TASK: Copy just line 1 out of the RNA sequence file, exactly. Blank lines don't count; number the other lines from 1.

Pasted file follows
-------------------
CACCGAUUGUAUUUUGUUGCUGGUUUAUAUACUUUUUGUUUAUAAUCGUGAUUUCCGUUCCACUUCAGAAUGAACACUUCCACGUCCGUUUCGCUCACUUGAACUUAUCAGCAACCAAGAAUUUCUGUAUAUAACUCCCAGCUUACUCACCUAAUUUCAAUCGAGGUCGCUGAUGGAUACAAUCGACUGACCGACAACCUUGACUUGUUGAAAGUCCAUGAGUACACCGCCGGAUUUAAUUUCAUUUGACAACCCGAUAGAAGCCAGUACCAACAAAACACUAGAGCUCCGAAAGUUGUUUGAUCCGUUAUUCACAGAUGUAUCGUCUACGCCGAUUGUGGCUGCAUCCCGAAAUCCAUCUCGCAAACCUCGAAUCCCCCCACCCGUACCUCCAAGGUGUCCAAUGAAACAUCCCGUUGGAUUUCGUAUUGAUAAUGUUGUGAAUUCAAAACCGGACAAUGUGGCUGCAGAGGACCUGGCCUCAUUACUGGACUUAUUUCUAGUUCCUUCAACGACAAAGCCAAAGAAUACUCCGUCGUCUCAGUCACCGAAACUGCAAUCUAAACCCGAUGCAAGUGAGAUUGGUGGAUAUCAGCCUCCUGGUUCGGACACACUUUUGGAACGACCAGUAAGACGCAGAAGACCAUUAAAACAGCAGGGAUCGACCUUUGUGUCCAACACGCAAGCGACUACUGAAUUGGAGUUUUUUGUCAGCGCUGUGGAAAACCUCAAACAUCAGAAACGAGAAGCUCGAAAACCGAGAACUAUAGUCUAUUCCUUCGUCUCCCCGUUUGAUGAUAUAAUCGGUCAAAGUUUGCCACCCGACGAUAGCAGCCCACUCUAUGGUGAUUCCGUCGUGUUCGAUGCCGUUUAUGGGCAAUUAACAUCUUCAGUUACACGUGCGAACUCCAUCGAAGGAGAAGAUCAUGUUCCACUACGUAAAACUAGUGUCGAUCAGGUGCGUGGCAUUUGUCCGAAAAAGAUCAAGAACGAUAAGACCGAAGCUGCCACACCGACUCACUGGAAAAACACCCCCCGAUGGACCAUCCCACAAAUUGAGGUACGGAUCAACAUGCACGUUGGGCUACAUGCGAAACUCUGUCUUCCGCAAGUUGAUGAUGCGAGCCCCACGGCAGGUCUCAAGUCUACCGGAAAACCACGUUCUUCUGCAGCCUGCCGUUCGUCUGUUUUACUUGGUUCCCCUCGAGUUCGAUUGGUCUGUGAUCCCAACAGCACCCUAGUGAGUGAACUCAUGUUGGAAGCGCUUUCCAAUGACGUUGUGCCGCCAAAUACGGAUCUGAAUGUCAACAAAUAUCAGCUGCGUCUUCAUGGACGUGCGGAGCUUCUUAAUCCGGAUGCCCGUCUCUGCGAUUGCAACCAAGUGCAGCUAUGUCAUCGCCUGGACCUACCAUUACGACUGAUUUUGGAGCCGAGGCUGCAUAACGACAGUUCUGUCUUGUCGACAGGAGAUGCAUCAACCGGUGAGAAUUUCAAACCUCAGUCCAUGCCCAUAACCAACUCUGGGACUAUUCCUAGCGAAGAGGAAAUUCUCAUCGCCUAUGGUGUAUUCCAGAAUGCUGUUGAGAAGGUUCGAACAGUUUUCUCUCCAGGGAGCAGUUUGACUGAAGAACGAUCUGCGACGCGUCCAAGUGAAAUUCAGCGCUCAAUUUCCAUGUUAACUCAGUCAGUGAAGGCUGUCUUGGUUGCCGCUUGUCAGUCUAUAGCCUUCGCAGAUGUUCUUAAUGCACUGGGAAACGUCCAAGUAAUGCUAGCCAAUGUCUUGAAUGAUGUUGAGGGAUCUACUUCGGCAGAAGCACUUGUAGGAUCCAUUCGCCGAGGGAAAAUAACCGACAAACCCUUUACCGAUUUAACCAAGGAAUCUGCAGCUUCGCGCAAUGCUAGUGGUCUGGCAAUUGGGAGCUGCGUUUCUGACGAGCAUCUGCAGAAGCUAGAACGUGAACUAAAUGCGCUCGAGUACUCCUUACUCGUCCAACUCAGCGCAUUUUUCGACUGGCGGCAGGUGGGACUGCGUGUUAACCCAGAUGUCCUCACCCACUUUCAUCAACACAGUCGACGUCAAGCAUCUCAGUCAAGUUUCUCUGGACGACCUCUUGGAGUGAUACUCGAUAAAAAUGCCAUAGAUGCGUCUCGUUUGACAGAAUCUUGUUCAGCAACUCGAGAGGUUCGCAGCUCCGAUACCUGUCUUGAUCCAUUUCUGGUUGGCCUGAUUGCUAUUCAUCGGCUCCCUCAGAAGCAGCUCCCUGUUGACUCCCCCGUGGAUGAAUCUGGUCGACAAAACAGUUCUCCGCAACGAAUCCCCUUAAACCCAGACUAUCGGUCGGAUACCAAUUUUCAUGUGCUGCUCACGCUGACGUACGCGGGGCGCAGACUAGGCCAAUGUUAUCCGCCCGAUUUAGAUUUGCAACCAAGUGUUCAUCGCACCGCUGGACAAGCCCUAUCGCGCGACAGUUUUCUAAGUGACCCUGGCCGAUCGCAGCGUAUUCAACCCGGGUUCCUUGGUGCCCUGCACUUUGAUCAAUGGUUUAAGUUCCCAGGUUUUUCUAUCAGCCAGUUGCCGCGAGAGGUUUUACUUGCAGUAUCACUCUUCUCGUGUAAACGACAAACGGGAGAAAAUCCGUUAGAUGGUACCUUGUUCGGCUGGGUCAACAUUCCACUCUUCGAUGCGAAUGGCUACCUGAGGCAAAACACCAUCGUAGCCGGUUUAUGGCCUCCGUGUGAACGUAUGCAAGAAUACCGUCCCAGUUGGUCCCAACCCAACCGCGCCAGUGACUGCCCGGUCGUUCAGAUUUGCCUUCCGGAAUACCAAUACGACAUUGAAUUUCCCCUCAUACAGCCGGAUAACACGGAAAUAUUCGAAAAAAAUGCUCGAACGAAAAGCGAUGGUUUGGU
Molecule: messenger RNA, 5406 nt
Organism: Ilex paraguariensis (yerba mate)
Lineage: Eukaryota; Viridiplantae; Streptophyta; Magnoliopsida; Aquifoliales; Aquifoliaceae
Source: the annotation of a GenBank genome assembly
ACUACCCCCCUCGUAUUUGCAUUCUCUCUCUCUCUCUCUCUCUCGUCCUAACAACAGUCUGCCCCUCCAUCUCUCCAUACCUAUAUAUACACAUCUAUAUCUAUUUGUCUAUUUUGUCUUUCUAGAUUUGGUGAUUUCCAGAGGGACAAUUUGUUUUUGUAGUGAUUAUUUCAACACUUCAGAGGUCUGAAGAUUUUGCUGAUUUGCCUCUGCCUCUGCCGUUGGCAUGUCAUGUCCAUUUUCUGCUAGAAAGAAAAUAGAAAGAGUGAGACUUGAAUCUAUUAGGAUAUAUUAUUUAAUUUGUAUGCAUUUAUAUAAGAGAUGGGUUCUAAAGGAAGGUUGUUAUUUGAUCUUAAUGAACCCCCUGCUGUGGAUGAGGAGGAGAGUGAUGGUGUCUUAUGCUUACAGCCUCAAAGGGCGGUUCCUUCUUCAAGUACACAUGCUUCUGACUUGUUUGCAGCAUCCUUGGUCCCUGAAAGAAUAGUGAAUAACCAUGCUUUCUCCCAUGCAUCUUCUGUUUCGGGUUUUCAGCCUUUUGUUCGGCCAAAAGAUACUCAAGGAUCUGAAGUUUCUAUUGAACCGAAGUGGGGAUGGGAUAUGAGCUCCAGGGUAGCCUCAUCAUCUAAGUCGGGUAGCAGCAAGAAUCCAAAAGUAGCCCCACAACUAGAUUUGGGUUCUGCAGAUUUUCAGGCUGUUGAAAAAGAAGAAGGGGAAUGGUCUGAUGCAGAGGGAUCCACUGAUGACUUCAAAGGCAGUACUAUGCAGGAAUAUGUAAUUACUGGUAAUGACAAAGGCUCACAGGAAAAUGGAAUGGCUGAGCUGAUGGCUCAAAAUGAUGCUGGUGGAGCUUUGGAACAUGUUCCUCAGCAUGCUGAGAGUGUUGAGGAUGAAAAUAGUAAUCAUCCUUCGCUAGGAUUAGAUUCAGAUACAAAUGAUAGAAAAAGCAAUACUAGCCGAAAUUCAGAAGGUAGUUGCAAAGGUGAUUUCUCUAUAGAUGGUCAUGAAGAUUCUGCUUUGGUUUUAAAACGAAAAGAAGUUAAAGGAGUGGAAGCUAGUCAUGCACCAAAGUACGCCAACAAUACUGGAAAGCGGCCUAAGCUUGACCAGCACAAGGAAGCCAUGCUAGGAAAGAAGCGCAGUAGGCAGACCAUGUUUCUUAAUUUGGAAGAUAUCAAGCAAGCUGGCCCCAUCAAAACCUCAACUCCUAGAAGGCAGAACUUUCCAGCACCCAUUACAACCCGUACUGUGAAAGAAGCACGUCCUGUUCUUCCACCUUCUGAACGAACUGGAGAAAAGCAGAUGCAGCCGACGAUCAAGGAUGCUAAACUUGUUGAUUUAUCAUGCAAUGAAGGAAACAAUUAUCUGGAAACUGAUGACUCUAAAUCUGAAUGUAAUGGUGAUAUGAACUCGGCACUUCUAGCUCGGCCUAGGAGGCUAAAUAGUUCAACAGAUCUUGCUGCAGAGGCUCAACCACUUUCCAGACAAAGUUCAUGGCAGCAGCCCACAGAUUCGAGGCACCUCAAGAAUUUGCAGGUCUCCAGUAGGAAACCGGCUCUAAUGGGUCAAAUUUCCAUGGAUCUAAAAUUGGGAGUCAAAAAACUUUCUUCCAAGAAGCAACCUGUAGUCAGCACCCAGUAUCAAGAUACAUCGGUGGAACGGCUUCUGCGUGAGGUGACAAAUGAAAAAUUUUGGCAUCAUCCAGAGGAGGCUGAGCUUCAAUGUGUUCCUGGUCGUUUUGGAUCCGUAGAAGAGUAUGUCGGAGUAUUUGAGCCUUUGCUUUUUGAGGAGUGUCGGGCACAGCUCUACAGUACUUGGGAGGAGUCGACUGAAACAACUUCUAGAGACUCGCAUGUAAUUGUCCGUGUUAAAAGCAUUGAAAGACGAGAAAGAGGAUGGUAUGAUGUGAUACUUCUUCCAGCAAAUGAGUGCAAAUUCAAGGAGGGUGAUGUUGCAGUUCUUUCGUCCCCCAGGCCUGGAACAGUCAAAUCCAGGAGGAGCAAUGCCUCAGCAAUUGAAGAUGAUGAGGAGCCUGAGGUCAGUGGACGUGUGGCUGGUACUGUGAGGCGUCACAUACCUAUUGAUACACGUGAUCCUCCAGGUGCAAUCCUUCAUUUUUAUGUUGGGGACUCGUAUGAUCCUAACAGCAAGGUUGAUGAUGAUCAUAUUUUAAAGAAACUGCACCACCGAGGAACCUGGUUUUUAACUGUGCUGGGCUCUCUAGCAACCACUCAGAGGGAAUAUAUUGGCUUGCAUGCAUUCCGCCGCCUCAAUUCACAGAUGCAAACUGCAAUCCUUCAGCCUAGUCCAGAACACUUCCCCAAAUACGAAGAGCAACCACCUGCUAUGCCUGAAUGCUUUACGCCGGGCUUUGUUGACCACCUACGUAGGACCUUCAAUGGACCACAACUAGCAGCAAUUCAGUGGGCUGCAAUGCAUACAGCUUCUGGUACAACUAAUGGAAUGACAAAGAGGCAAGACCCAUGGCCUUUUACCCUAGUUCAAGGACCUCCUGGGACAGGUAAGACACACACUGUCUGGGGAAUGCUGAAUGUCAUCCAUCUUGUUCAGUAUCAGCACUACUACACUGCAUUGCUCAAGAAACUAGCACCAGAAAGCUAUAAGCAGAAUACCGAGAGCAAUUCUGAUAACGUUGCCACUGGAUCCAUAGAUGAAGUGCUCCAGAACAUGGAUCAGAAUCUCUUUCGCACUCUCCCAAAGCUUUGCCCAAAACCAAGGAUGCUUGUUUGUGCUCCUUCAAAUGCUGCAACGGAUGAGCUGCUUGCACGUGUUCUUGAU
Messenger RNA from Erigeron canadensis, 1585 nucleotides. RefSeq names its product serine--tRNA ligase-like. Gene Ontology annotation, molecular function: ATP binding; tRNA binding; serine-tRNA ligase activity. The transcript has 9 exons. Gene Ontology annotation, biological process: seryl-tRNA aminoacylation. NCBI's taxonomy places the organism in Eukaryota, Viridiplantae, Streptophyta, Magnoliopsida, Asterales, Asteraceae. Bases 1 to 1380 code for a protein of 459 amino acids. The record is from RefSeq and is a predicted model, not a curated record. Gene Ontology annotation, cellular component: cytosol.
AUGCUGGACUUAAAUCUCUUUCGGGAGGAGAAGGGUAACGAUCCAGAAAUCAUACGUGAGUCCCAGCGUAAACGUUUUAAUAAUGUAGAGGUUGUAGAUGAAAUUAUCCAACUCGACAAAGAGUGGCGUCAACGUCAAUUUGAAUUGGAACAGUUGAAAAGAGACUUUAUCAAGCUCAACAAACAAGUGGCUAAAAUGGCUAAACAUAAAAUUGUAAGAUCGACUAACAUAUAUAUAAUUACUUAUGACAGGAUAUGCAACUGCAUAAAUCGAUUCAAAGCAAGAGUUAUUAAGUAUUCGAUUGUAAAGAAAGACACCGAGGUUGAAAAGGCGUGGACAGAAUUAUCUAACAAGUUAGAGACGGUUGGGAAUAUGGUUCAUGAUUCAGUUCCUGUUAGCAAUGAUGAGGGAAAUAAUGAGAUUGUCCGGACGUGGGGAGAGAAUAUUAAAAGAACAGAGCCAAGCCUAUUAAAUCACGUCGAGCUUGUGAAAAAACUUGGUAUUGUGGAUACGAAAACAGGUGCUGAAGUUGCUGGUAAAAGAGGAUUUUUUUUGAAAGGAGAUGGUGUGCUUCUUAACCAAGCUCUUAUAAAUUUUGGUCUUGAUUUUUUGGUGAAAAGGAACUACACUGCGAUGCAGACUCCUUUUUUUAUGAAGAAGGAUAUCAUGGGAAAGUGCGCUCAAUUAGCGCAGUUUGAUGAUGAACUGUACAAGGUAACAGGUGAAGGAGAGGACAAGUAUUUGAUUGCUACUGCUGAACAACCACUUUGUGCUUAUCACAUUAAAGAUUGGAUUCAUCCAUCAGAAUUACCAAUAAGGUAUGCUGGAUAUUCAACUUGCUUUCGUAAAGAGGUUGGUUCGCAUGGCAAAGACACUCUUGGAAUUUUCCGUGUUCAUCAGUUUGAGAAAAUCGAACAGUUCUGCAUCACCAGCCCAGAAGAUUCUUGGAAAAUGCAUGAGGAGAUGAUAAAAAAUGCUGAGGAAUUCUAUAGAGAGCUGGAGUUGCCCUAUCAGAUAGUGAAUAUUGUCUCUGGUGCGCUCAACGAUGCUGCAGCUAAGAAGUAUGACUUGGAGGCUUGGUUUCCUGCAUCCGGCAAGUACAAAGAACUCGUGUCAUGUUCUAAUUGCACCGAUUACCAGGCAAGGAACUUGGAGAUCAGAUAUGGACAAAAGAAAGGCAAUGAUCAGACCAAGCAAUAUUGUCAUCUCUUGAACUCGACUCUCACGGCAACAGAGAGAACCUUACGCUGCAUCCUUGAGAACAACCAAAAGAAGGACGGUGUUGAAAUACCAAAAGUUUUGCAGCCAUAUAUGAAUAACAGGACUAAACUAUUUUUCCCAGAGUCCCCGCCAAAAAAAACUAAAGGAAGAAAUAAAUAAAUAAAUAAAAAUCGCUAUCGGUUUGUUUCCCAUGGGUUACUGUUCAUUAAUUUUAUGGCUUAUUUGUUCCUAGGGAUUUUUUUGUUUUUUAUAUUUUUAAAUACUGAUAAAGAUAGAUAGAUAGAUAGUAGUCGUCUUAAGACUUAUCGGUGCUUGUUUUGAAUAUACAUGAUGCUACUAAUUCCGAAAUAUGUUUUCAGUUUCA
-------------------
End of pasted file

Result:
CACCGAUUGUAUUUUGUUGCUGGUUUAUAUACUUUUUGUUUAUAAUCGUGAUUUCCGUUCCACUUCAGAAUGAACACUUCCACGUCCGUUUCGCUCACUUGAACUUAUCAGCAACCAAGAAUUUCUGUAUAUAACUCCCAGCUUACUCACCUAAUUUCAAUCGAGGUCGCUGAUGGAUACAAUCGACUGACCGACAACCUUGACUUGUUGAAAGUCCAUGAGUACACCGCCGGAUUUAAUUUCAUUUGACAACCCGAUAGAAGCCAGUACCAACAAAACACUAGAGCUCCGAAAGUUGUUUGAUCCGUUAUUCACAGAUGUAUCGUCUACGCCGAUUGUGGCUGCAUCCCGAAAUCCAUCUCGCAAACCUCGAAUCCCCCCACCCGUACCUCCAAGGUGUCCAAUGAAACAUCCCGUUGGAUUUCGUAUUGAUAAUGUUGUGAAUUCAAAACCGGACAAUGUGGCUGCAGAGGACCUGGCCUCAUUACUGGACUUAUUUCUAGUUCCUUCAACGACAAAGCCAAAGAAUACUCCGUCGUCUCAGUCACCGAAACUGCAAUCUAAACCCGAUGCAAGUGAGAUUGGUGGAUAUCAGCCUCCUGGUUCGGACACACUUUUGGAACGACCAGUAAGACGCAGAAGACCAUUAAAACAGCAGGGAUCGACCUUUGUGUCCAACACGCAAGCGACUACUGAAUUGGAGUUUUUUGUCAGCGCUGUGGAAAACCUCAAACAUCAGAAACGAGAAGCUCGAAAACCGAGAACUAUAGUCUAUUCCUUCGUCUCCCCGUUUGAUGAUAUAAUCGGUCAAAGUUUGCCACCCGACGAUAGCAGCCCACUCUAUGGUGAUUCCGUCGUGUUCGAUGCCGUUUAUGGGCAAUUAACAUCUUCAGUUACACGUGCGAACUCCAUCGAAGGAGAAGAUCAUGUUCCACUACGUAAAACUAGUGUCGAUCAGGUGCGUGGCAUUUGUCCGAAAAAGAUCAAGAACGAUAAGACCGAAGCUGCCACACCGACUCACUGGAAAAACACCCCCCGAUGGACCAUCCCACAAAUUGAGGUACGGAUCAACAUGCACGUUGGGCUACAUGCGAAACUCUGUCUUCCGCAAGUUGAUGAUGCGAGCCCCACGGCAGGUCUCAAGUCUACCGGAAAACCACGUUCUUCUGCAGCCUGCCGUUCGUCUGUUUUACUUGGUUCCCCUCGAGUUCGAUUGGUCUGUGAUCCCAACAGCACCCUAGUGAGUGAACUCAUGUUGGAAGCGCUUUCCAAUGACGUUGUGCCGCCAAAUACGGAUCUGAAUGUCAACAAAUAUCAGCUGCGUCUUCAUGGACGUGCGGAGCUUCUUAAUCCGGAUGCCCGUCUCUGCGAUUGCAACCAAGUGCAGCUAUGUCAUCGCCUGGACCUACCAUUACGACUGAUUUUGGAGCCGAGGCUGCAUAACGACAGUUCUGUCUUGUCGACAGGAGAUGCAUCAACCGGUGAGAAUUUCAAACCUCAGUCCAUGCCCAUAACCAACUCUGGGACUAUUCCUAGCGAAGAGGAAAUUCUCAUCGCCUAUGGUGUAUUCCAGAAUGCUGUUGAGAAGGUUCGAACAGUUUUCUCUCCAGGGAGCAGUUUGACUGAAGAACGAUCUGCGACGCGUCCAAGUGAAAUUCAGCGCUCAAUUUCCAUGUUAACUCAGUCAGUGAAGGCUGUCUUGGUUGCCGCUUGUCAGUCUAUAGCCUUCGCAGAUGUUCUUAAUGCACUGGGAAACGUCCAAGUAAUGCUAGCCAAUGUCUUGAAUGAUGUUGAGGGAUCUACUUCGGCAGAAGCACUUGUAGGAUCCAUUCGCCGAGGGAAAAUAACCGACAAACCCUUUACCGAUUUAACCAAGGAAUCUGCAGCUUCGCGCAAUGCUAGUGGUCUGGCAAUUGGGAGCUGCGUUUCUGACGAGCAUCUGCAGAAGCUAGAACGUGAACUAAAUGCGCUCGAGUACUCCUUACUCGUCCAACUCAGCGCAUUUUUCGACUGGCGGCAGGUGGGACUGCGUGUUAACCCAGAUGUCCUCACCCACUUUCAUCAACACAGUCGACGUCAAGCAUCUCAGUCAAGUUUCUCUGGACGACCUCUUGGAGUGAUACUCGAUAAAAAUGCCAUAGAUGCGUCUCGUUUGACAGAAUCUUGUUCAGCAACUCGAGAGGUUCGCAGCUCCGAUACCUGUCUUGAUCCAUUUCUGGUUGGCCUGAUUGCUAUUCAUCGGCUCCCUCAGAAGCAGCUCCCUGUUGACUCCCCCGUGGAUGAAUCUGGUCGACAAAACAGUUCUCCGCAACGAAUCCCCUUAAACCCAGACUAUCGGUCGGAUACCAAUUUUCAUGUGCUGCUCACGCUGACGUACGCGGGGCGCAGACUAGGCCAAUGUUAUCCGCCCGAUUUAGAUUUGCAACCAAGUGUUCAUCGCACCGCUGGACAAGCCCUAUCGCGCGACAGUUUUCUAAGUGACCCUGGCCGAUCGCAGCGUAUUCAACCCGGGUUCCUUGGUGCCCUGCACUUUGAUCAAUGGUUUAAGUUCCCAGGUUUUUCUAUCAGCCAGUUGCCGCGAGAGGUUUUACUUGCAGUAUCACUCUUCUCGUGUAAACGACAAACGGGAGAAAAUCCGUUAGAUGGUACCUUGUUCGGCUGGGUCAACAUUCCACUCUUCGAUGCGAAUGGCUACCUGAGGCAAAACACCAUCGUAGCCGGUUUAUGGCCUCCGUGUGAACGUAUGCAAGAAUACCGUCCCAGUUGGUCCCAACCCAACCGCGCCAGUGACUGCCCGGUCGUUCAGAUUUGCCUUCCGGAAUACCAAUACGACAUUGAAUUUCCCCUCAUACAGCCGGAUAACACGGAAAUAUUCGAAAAAAAUGCUCGAACGAAAAGCGAUGGUUUGGU